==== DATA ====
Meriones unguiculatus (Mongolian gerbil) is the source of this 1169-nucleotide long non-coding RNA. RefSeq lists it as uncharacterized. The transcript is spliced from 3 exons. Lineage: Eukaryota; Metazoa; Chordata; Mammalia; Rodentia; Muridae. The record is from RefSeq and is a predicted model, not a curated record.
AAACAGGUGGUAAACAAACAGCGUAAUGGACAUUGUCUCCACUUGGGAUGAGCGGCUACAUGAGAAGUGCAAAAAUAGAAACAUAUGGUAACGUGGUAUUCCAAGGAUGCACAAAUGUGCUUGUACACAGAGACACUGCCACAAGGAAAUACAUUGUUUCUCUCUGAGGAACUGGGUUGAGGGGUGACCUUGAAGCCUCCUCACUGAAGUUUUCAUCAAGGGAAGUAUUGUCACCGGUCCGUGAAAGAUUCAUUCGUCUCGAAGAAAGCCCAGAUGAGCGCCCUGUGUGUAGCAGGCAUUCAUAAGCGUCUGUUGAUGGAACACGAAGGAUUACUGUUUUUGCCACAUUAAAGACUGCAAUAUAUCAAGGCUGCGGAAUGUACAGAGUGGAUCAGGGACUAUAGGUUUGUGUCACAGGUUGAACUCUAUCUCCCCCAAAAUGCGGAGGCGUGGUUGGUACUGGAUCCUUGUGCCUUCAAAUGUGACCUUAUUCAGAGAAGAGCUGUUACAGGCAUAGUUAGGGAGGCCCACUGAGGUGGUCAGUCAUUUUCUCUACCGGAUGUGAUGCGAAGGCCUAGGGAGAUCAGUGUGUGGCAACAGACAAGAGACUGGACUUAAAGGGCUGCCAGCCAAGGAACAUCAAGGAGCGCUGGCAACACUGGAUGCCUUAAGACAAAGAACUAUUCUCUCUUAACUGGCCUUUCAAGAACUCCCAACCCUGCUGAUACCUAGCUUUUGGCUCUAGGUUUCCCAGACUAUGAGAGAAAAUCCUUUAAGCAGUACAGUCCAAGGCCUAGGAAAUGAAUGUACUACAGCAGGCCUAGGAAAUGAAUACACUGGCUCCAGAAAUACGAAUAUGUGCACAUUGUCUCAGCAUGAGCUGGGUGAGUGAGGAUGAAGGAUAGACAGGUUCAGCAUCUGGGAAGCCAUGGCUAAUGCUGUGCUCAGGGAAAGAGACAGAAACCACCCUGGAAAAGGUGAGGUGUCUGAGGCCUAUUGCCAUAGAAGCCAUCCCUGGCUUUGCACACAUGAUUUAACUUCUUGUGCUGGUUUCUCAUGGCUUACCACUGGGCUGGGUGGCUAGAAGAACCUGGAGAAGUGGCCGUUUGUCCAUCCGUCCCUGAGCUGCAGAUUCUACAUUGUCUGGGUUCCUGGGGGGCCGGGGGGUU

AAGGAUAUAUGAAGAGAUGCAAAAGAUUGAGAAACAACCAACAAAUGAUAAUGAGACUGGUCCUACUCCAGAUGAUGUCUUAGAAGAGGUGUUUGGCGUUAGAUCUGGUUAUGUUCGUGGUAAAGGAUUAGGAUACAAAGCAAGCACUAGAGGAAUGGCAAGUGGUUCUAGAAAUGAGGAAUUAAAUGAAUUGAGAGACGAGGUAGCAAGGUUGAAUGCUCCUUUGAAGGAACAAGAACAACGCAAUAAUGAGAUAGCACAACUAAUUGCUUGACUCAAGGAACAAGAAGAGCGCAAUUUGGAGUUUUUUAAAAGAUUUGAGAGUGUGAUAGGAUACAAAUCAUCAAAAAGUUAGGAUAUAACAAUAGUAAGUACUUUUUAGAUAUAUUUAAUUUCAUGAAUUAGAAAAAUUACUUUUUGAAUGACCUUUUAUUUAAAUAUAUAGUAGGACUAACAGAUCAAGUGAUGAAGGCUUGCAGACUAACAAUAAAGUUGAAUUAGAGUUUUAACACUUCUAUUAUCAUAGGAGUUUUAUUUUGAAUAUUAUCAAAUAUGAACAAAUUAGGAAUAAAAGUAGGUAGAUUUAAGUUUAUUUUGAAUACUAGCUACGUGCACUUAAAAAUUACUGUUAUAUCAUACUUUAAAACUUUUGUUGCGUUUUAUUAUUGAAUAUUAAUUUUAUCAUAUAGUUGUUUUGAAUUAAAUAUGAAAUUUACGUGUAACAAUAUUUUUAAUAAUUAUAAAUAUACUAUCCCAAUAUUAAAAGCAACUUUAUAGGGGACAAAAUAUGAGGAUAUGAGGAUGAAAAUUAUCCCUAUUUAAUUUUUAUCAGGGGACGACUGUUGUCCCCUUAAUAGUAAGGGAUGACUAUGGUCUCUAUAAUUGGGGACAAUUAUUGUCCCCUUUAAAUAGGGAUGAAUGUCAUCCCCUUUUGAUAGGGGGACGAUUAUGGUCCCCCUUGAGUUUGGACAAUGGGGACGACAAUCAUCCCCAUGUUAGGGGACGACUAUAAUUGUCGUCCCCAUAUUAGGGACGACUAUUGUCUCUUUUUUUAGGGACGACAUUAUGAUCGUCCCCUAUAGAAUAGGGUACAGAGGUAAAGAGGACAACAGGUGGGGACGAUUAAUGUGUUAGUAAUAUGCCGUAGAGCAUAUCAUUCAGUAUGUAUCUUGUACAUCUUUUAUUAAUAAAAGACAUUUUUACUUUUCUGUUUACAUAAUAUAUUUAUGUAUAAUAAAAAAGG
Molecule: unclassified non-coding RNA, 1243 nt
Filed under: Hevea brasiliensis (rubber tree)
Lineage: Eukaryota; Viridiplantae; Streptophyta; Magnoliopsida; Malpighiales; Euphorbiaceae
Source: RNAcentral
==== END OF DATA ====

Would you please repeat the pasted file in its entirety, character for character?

Meriones unguiculatus (Mongolian gerbil) is the source of this 1169-nucleotide long non-coding RNA. RefSeq lists it as uncharacterized. The transcript is spliced from 3 exons. Lineage: Eukaryota; Metazoa; Chordata; Mammalia; Rodentia; Muridae. The record is from RefSeq and is a predicted model, not a curated record.
AAACAGGUGGUAAACAAACAGCGUAAUGGACAUUGUCUCCACUUGGGAUGAGCGGCUACAUGAGAAGUGCAAAAAUAGAAACAUAUGGUAACGUGGUAUUCCAAGGAUGCACAAAUGUGCUUGUACACAGAGACACUGCCACAAGGAAAUACAUUGUUUCUCUCUGAGGAACUGGGUUGAGGGGUGACCUUGAAGCCUCCUCACUGAAGUUUUCAUCAAGGGAAGUAUUGUCACCGGUCCGUGAAAGAUUCAUUCGUCUCGAAGAAAGCCCAGAUGAGCGCCCUGUGUGUAGCAGGCAUUCAUAAGCGUCUGUUGAUGGAACACGAAGGAUUACUGUUUUUGCCACAUUAAAGACUGCAAUAUAUCAAGGCUGCGGAAUGUACAGAGUGGAUCAGGGACUAUAGGUUUGUGUCACAGGUUGAACUCUAUCUCCCCCAAAAUGCGGAGGCGUGGUUGGUACUGGAUCCUUGUGCCUUCAAAUGUGACCUUAUUCAGAGAAGAGCUGUUACAGGCAUAGUUAGGGAGGCCCACUGAGGUGGUCAGUCAUUUUCUCUACCGGAUGUGAUGCGAAGGCCUAGGGAGAUCAGUGUGUGGCAACAGACAAGAGACUGGACUUAAAGGGCUGCCAGCCAAGGAACAUCAAGGAGCGCUGGCAACACUGGAUGCCUUAAGACAAAGAACUAUUCUCUCUUAACUGGCCUUUCAAGAACUCCCAACCCUGCUGAUACCUAGCUUUUGGCUCUAGGUUUCCCAGACUAUGAGAGAAAAUCCUUUAAGCAGUACAGUCCAAGGCCUAGGAAAUGAAUGUACUACAGCAGGCCUAGGAAAUGAAUACACUGGCUCCAGAAAUACGAAUAUGUGCACAUUGUCUCAGCAUGAGCUGGGUGAGUGAGGAUGAAGGAUAGACAGGUUCAGCAUCUGGGAAGCCAUGGCUAAUGCUGUGCUCAGGGAAAGAGACAGAAACCACCCUGGAAAAGGUGAGGUGUCUGAGGCCUAUUGCCAUAGAAGCCAUCCCUGGCUUUGCACACAUGAUUUAACUUCUUGUGCUGGUUUCUCAUGGCUUACCACUGGGCUGGGUGGCUAGAAGAACCUGGAGAAGUGGCCGUUUGUCCAUCCGUCCCUGAGCUGCAGAUUCUACAUUGUCUGGGUUCCUGGGGGGCCGGGGGGUU

AAGGAUAUAUGAAGAGAUGCAAAAGAUUGAGAAACAACCAACAAAUGAUAAUGAGACUGGUCCUACUCCAGAUGAUGUCUUAGAAGAGGUGUUUGGCGUUAGAUCUGGUUAUGUUCGUGGUAAAGGAUUAGGAUACAAAGCAAGCACUAGAGGAAUGGCAAGUGGUUCUAGAAAUGAGGAAUUAAAUGAAUUGAGAGACGAGGUAGCAAGGUUGAAUGCUCCUUUGAAGGAACAAGAACAACGCAAUAAUGAGAUAGCACAACUAAUUGCUUGACUCAAGGAACAAGAAGAGCGCAAUUUGGAGUUUUUUAAAAGAUUUGAGAGUGUGAUAGGAUACAAAUCAUCAAAAAGUUAGGAUAUAACAAUAGUAAGUACUUUUUAGAUAUAUUUAAUUUCAUGAAUUAGAAAAAUUACUUUUUGAAUGACCUUUUAUUUAAAUAUAUAGUAGGACUAACAGAUCAAGUGAUGAAGGCUUGCAGACUAACAAUAAAGUUGAAUUAGAGUUUUAACACUUCUAUUAUCAUAGGAGUUUUAUUUUGAAUAUUAUCAAAUAUGAACAAAUUAGGAAUAAAAGUAGGUAGAUUUAAGUUUAUUUUGAAUACUAGCUACGUGCACUUAAAAAUUACUGUUAUAUCAUACUUUAAAACUUUUGUUGCGUUUUAUUAUUGAAUAUUAAUUUUAUCAUAUAGUUGUUUUGAAUUAAAUAUGAAAUUUACGUGUAACAAUAUUUUUAAUAAUUAUAAAUAUACUAUCCCAAUAUUAAAAGCAACUUUAUAGGGGACAAAAUAUGAGGAUAUGAGGAUGAAAAUUAUCCCUAUUUAAUUUUUAUCAGGGGACGACUGUUGUCCCCUUAAUAGUAAGGGAUGACUAUGGUCUCUAUAAUUGGGGACAAUUAUUGUCCCCUUUAAAUAGGGAUGAAUGUCAUCCCCUUUUGAUAGGGGGACGAUUAUGGUCCCCCUUGAGUUUGGACAAUGGGGACGACAAUCAUCCCCAUGUUAGGGGACGACUAUAAUUGUCGUCCCCAUAUUAGGGACGACUAUUGUCUCUUUUUUUAGGGACGACAUUAUGAUCGUCCCCUAUAGAAUAGGGUACAGAGGUAAAGAGGACAACAGGUGGGGACGAUUAAUGUGUUAGUAAUAUGCCGUAGAGCAUAUCAUUCAGUAUGUAUCUUGUACAUCUUUUAUUAAUAAAAGACAUUUUUACUUUUCUGUUUACAUAAUAUAUUUAUGUAUAAUAAAAAAGG
Molecule: unclassified non-coding RNA, 1243 nt
Filed under: Hevea brasiliensis (rubber tree)
Lineage: Eukaryota; Viridiplantae; Streptophyta; Magnoliopsida; Malpighiales; Euphorbiaceae
Source: RNAcentral